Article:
U.S. General David Petraeus has stepped down as commander of NATO troops in Afghanistan amid rising violence in the country.
Handing down command of U.S. and NATO-led troops to become CIA chief on July 18, Petraeus warned those attending the handover ceremony of the need to be "clear-eyed about the challenges that lie ahead."
His successor, U.S. Marine Corps Lieutenant General John Allen, said he would maintain the campaign's momentum.
"There will be tough days ahead and I have no illusions about the challenges we will face," he said, adding that he was certain "that brave men and women of 49 nations, shoulder to shoulder, will with our Afghan partners, continue this great work and throughout we will keep our eyes on the horizon."
As a reminder of the challenges that have to be confronted, three NATO troops were killed by a bomb in eastern Afghanistan on the same day.
The incident comes after insurgent gunmen wearing explosives killed a close aide to Afghan President Hamid Karzai after storming his house on the night of July 17.
Ambulances arrived at the residential compound of Jan Mohammed Khan, the former governor of Oruzgan Province, but were too late to save him. He was killed along with Mohammed Hasham Watanwal, a member of parliament from Oruzgan.
Khan's house is in a heavily fortified residential neighborhood in western Kabul, where the insurgents fought a gun battle with Afghan security forces before Afghan National Army commander Qadam Shah Shahim confirmed the deaths to reporters.
Shahim said that two insurgents killed Khan and Watanwal and then were "shot by police and the situation is now under control."
Khan was an influential and controversial figure some called a warlord. He was removed as governor of the southern Oruzgan Province in 2006 after pressure from Dutch officials concerned about his alleged links to the drug trade.
The Taliban has claimed responsibility for his death, saying he was targeted for helping NATO forces carry out raids against Afghans.
The killings come less than a week after Karzai's powerful half-brother, Ahmad Wali Karzai, the head of Kandahar's elected provincial council, was shot dead by a close associate. It was a serious blow to the president, as his brother was seen as key for Afghan and NATO operations in the Taliban's southern stronghold.
The series of killings is raising concerns that insurgents are setting back progress in Afghanistan despite recent gains made in the south after a U.S. troop surge under President Barack Obama. The rising violence comes as Afghan forces begin a transition to control of their own security and foreign troops start to leave the country.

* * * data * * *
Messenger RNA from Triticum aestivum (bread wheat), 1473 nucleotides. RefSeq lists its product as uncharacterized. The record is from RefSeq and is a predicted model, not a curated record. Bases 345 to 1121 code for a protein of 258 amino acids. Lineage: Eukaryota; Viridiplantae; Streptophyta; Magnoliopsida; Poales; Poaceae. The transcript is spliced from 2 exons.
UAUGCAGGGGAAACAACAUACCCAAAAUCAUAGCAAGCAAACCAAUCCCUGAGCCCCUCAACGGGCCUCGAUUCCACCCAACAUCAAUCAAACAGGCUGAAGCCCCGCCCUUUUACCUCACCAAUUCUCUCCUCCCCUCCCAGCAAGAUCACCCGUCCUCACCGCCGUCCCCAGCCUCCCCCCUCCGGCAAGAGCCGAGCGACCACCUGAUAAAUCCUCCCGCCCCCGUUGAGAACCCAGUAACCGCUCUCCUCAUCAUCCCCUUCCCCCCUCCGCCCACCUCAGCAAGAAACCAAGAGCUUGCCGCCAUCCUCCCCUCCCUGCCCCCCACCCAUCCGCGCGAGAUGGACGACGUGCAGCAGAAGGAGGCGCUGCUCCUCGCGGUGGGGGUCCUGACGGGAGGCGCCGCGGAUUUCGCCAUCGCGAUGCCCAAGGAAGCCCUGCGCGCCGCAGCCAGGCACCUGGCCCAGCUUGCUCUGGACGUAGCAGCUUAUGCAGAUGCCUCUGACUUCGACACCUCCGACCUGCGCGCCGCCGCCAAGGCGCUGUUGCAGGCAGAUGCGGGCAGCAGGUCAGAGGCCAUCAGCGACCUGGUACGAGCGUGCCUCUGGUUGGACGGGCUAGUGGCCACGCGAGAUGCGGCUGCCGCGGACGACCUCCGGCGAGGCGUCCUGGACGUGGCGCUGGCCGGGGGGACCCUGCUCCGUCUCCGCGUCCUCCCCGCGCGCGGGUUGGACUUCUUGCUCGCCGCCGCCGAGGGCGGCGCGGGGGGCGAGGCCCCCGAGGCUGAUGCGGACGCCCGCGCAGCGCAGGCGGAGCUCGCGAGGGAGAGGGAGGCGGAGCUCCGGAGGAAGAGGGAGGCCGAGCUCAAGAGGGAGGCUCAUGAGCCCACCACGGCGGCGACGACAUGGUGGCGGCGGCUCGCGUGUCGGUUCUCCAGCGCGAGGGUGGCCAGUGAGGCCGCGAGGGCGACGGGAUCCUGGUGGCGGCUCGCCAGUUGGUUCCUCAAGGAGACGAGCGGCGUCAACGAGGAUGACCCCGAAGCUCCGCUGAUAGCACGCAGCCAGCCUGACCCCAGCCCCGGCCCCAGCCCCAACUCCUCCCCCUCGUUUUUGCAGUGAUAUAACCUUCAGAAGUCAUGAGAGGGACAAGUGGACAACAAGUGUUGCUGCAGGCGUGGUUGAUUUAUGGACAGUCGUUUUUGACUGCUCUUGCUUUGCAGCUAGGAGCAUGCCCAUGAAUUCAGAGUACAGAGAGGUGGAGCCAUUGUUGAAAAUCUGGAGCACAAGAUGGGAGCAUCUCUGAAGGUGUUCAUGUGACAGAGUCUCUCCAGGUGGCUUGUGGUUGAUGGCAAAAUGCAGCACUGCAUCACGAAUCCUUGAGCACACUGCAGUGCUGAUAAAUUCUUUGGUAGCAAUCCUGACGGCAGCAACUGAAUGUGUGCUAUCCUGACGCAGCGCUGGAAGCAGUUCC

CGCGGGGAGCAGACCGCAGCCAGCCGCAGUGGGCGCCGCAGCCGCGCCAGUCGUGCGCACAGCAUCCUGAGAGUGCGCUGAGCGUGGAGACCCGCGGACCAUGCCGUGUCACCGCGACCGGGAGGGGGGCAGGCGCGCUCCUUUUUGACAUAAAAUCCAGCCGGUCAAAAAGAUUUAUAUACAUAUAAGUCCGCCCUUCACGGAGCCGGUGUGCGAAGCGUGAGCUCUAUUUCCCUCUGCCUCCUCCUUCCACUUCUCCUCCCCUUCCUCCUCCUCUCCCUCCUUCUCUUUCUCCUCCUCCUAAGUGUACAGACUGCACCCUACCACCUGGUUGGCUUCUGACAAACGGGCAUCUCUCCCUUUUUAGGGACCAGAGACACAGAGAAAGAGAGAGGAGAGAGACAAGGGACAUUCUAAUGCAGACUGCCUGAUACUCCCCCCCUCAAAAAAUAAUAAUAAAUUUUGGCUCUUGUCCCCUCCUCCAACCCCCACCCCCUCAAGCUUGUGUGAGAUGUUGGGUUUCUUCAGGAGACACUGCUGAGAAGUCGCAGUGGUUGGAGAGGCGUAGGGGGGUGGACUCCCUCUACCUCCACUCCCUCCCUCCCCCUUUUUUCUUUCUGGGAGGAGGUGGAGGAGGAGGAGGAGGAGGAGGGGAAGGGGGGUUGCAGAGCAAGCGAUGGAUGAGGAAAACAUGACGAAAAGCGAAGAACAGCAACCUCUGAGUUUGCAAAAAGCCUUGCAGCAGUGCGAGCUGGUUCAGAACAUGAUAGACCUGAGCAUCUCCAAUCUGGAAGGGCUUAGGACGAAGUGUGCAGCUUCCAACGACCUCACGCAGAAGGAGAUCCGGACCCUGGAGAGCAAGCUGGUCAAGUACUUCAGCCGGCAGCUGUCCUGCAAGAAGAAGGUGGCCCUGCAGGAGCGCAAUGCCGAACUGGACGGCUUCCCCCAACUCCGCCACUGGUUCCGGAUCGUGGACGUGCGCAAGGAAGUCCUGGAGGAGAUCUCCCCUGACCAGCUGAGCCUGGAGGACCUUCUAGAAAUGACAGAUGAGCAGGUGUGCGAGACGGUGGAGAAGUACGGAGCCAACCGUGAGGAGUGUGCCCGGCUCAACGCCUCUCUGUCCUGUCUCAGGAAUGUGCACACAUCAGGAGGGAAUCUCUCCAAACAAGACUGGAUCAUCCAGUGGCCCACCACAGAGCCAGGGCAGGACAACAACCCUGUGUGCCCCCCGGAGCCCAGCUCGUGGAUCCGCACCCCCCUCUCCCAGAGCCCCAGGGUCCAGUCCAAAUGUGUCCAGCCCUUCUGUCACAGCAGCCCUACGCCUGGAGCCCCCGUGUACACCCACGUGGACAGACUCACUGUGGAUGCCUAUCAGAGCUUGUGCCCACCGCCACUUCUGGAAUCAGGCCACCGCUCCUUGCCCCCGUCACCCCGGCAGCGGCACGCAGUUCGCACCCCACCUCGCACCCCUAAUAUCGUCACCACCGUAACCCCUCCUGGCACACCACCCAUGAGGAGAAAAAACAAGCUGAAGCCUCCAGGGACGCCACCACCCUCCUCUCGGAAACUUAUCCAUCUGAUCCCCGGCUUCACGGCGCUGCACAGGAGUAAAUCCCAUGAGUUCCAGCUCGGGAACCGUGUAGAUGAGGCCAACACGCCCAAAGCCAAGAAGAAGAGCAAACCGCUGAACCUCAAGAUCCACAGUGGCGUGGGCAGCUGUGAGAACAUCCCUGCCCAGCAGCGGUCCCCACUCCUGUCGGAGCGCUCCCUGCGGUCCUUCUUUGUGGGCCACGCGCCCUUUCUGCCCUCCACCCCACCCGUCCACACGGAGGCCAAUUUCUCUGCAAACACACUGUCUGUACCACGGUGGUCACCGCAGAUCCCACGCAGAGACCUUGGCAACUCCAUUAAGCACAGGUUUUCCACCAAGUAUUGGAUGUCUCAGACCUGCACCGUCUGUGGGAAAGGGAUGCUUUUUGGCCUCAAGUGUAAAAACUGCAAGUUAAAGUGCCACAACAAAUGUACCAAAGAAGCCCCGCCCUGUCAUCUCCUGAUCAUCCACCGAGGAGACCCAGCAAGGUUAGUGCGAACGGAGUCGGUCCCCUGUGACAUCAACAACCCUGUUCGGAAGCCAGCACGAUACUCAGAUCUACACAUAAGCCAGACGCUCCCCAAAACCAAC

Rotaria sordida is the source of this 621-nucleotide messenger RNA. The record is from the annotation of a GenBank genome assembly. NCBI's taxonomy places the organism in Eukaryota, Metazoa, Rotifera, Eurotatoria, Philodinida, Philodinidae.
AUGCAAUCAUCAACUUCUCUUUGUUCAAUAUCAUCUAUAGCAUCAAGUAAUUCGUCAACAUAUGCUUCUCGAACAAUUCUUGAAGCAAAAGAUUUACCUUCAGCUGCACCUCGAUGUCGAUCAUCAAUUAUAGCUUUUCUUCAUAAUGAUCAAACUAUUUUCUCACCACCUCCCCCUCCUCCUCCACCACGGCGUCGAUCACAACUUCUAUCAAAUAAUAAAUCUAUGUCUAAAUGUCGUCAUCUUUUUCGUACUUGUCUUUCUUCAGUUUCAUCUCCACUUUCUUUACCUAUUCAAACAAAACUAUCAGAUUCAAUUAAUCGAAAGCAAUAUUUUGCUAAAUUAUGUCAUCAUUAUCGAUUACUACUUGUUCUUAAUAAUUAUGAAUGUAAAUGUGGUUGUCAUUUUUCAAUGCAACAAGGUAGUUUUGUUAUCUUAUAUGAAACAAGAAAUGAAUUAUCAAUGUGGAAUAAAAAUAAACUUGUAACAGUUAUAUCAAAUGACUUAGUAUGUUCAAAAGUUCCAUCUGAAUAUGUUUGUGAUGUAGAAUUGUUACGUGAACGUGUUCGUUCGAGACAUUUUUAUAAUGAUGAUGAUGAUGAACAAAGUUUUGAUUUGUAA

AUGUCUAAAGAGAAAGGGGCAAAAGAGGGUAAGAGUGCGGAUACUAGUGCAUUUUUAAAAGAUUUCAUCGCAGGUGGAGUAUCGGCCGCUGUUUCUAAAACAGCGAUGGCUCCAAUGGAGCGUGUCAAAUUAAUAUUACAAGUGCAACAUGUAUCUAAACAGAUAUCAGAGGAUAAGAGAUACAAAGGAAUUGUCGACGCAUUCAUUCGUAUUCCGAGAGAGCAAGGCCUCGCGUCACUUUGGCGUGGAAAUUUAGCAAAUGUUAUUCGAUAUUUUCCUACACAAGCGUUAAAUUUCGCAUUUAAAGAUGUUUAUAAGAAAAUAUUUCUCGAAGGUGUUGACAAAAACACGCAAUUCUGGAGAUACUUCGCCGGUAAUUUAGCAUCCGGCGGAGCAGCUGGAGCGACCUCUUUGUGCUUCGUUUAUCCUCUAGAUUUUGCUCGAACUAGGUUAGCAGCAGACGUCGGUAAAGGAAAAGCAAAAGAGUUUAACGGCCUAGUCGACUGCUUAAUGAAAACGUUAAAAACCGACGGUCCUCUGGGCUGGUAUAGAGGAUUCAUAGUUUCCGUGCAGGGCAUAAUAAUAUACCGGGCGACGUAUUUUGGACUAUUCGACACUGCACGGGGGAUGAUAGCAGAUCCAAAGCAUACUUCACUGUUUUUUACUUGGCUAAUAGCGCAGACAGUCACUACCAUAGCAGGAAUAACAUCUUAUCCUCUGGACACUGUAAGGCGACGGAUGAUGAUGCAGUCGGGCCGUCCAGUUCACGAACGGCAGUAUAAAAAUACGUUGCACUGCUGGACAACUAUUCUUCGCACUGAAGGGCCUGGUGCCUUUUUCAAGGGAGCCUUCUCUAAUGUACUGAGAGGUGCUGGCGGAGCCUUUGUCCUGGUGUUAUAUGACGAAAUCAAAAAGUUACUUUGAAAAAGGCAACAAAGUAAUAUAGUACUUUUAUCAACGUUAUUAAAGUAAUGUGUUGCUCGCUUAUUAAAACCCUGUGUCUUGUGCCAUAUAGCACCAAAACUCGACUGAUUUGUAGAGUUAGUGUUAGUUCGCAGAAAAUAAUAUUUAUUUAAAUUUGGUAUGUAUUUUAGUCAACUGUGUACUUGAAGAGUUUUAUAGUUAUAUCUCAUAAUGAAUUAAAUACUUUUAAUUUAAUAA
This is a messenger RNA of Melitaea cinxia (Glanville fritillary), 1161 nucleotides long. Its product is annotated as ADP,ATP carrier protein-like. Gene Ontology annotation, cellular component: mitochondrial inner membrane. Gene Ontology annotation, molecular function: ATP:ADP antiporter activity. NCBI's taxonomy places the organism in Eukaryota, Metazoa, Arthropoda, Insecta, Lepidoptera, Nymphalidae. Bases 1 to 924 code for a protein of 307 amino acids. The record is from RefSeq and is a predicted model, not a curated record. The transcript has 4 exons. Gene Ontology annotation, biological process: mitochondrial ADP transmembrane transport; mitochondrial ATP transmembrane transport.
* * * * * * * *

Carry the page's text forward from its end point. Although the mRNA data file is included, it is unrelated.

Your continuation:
On July 17, ministers flew to central Bamiyan Province, one of the calmest areas in Afghanistan, for a handover ceremony from New Zealand forces to Afghan police. Afghan Defense Minister General Abdul Rahim Wardak called it a "great day for Afghanistan."
"It is a pleasure that today we are starting fundamental changes in the governing of Afghanistan in the political, social and economic spheres," Wardak said.
Bamiyan is the first of seven regions to be passed to Afghan control, the first step in a slow process to put Afghan forces in control across the country by the end of 2014.
The ceremony took place amid heavy security after the Taliban threatened to target transition events. None of the nearly 200 New Zealand troops stationed in the region are expected to leave for at least another year.
Despite improvements in the south, insecurity has been spreading in formerly peaceful northern areas and in the east.
Last month a group of suicide bombers stormed Kabul's Intercontinental Hotel, killing a dozen people during an hours-long battle with Afghan security forces that ended when NATO helicopters killed the insurgents.
A UN report says the first six months of this year have been the deadliest for civilians since the Taliban were driven from power in 2001.
Petraeus, who oversaw the troop surge after being been credited with turning around the U.S.-led war in Iraq, is stepping down to head to Central Intelligence Agency.
He took over in Afghanistan last year to manage the deployment of more than 30,000 U.S. troops to Afghanistan.
But some of them have already left Afghanistan as part of Washington's planned drawdown of about a third of the 100,00 U.S. forces over the next year.
Canada is set to withdraw its 2,900 combat troops by the end of the month.
compiled from agency reports